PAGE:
Effectively Communicate

four people sitting on the floor holding signs with words: discussion, problem solving, decisions, agreement

Parents are a child’s best and longest lasting advocates. Parents with good communication skills can be even more effective advocates for their children.

Being able to effectively communicate your child’s needs is another way for you to help your child develop and learn.

Parent and professional communication and effective partnerships do not “just happen.” It takes time, energy, and effort to build skills to communicate clearly and collaborate effectively. You can decide to become a more effective advocate for your child and then take the necessary steps to achieve this goal. It’s worth the effort.

There are several online resources available to learn collaborative techniques.

Key to clear communication with your Early On® Service Coordinator , teachers, therapists, doctors and nurses is keeping all your papers organized! Most parents find it very helpful to organize before it becomes a mountain of paperwork.

If a dispute every comes up in the future, it will be very important for you to have established a papertrail –  document your contact with the school – conversations, meetings and other events.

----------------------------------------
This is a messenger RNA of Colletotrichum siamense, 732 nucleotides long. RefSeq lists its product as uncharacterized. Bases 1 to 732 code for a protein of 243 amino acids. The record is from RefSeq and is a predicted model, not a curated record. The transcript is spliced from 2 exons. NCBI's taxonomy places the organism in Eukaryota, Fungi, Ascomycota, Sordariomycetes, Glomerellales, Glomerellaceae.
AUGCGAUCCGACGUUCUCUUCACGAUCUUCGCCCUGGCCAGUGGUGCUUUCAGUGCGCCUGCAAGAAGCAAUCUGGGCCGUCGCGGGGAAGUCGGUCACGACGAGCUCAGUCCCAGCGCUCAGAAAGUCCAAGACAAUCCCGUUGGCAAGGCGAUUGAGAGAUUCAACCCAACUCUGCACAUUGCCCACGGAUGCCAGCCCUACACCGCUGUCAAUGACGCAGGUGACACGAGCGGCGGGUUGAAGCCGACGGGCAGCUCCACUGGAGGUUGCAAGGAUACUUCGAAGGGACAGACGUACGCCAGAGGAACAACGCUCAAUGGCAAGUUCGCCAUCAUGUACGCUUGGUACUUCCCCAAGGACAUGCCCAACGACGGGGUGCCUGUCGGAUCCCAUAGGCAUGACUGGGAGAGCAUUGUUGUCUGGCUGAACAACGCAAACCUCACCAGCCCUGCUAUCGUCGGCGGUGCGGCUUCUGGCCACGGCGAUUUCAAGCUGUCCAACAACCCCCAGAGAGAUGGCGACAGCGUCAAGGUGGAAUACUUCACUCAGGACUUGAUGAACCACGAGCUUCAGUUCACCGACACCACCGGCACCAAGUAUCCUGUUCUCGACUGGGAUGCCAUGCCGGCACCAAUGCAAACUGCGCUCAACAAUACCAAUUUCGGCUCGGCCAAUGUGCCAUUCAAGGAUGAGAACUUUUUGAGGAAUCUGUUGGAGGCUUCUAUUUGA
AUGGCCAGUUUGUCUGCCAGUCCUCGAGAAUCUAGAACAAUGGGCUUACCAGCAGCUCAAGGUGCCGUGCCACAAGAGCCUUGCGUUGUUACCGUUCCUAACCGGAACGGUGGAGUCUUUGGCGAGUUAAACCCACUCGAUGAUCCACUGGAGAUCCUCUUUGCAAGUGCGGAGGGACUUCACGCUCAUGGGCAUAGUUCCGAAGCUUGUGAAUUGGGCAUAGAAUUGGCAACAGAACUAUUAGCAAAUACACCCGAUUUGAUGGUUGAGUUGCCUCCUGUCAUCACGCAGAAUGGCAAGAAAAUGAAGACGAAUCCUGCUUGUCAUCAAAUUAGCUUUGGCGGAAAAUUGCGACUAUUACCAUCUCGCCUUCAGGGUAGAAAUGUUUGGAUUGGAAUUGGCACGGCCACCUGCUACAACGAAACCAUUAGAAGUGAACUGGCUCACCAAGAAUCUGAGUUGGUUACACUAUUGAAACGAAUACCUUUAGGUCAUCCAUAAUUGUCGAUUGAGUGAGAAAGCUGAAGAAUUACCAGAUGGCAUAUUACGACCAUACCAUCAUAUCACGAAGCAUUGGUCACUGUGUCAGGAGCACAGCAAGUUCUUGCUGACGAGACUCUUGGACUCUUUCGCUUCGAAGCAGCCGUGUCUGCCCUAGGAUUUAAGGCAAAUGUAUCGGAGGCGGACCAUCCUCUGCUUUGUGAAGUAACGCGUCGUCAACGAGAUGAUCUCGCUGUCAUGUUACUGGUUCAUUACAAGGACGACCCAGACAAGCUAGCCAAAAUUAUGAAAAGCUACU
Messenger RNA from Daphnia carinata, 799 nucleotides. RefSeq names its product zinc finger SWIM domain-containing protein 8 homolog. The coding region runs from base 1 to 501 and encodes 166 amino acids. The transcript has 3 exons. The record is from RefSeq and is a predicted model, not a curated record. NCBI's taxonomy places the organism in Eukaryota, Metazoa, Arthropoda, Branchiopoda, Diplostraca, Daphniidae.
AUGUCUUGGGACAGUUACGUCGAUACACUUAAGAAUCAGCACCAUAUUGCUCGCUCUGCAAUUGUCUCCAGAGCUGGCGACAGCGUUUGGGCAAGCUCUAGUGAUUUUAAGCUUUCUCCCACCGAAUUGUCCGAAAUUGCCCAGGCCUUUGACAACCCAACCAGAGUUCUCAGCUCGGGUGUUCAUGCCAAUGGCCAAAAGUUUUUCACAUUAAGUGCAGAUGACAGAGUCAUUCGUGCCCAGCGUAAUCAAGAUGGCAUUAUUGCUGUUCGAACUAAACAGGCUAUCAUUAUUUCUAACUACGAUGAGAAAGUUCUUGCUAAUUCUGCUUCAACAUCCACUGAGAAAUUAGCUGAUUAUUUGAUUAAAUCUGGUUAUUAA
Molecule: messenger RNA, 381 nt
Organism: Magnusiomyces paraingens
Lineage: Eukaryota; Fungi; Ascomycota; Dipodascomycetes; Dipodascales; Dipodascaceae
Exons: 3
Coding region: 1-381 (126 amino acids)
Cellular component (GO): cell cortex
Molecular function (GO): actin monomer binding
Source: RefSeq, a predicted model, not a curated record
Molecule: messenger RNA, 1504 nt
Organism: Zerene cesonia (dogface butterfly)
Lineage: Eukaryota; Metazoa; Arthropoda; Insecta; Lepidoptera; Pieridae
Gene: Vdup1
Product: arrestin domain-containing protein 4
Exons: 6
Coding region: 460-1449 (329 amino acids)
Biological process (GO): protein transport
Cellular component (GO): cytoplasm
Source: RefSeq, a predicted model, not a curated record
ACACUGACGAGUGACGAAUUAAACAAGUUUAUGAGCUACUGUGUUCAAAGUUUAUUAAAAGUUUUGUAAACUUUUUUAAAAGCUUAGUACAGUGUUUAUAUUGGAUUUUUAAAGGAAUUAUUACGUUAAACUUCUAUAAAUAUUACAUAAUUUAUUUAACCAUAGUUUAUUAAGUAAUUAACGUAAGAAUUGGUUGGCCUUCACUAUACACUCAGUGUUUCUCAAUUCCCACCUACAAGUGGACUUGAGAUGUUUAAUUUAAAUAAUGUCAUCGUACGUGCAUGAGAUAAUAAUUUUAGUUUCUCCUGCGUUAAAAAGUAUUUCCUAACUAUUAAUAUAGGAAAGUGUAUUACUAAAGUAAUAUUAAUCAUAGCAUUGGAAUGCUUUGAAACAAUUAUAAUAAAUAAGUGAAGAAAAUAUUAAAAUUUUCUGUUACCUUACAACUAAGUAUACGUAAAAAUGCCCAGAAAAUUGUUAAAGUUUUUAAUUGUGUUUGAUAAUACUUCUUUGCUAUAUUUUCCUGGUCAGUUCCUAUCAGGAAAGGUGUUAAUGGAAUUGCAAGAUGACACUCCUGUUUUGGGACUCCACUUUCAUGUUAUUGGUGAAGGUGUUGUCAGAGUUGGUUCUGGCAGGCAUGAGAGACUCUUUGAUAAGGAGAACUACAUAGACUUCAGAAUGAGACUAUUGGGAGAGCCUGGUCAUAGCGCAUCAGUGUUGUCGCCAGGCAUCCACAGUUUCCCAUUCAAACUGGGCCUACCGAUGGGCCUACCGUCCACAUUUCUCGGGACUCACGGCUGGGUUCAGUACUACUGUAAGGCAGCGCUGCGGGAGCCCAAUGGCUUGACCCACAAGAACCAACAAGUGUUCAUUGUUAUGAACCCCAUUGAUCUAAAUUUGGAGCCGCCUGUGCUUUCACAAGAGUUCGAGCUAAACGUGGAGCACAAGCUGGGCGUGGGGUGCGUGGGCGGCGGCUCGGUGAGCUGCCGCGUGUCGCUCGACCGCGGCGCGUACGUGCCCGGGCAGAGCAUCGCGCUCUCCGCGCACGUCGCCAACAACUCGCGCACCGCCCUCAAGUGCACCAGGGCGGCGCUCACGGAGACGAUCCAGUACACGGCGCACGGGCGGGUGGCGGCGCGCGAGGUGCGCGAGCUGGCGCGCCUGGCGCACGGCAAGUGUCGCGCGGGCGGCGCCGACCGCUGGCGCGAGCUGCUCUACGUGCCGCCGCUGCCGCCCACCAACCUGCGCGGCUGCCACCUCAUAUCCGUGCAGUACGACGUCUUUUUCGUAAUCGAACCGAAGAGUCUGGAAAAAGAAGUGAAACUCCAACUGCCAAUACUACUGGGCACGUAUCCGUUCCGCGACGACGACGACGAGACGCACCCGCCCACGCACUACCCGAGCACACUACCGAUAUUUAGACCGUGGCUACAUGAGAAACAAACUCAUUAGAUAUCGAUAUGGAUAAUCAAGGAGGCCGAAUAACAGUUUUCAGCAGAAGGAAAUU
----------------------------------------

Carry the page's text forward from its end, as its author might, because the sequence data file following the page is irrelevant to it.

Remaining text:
Child outcomes are used by early intervention and early childhood special education programs to measure young children’s progress. While Individual Family Service Plan (IFSP) outcomes and Individualized Education Program (IEP) goals are written specifically for your child, these three child outcomes are the same for everyone.

  • Gaining positive social emotional skills, including social relationships. This outcome measures how children interact and play with their family, other adults, and other children.
  • Learning and using new knowledge and skills. This outcome measures how children learn and use basic language and communication skills such as counting and problem-solving that will prepare them to be successful in kindergarten.
  • Using appropriate behaviors to meet their needs. This outcome measures how children gradually become more independent by learning how to move from place to place, feed themselves, and take care of basic needs.


More topics for parents of infants and toddlers can be found on our webpage dedicated to resources for Babies and Toddlers, or search the bigger A-Z list or  contact us

Print Friendly, PDF & Email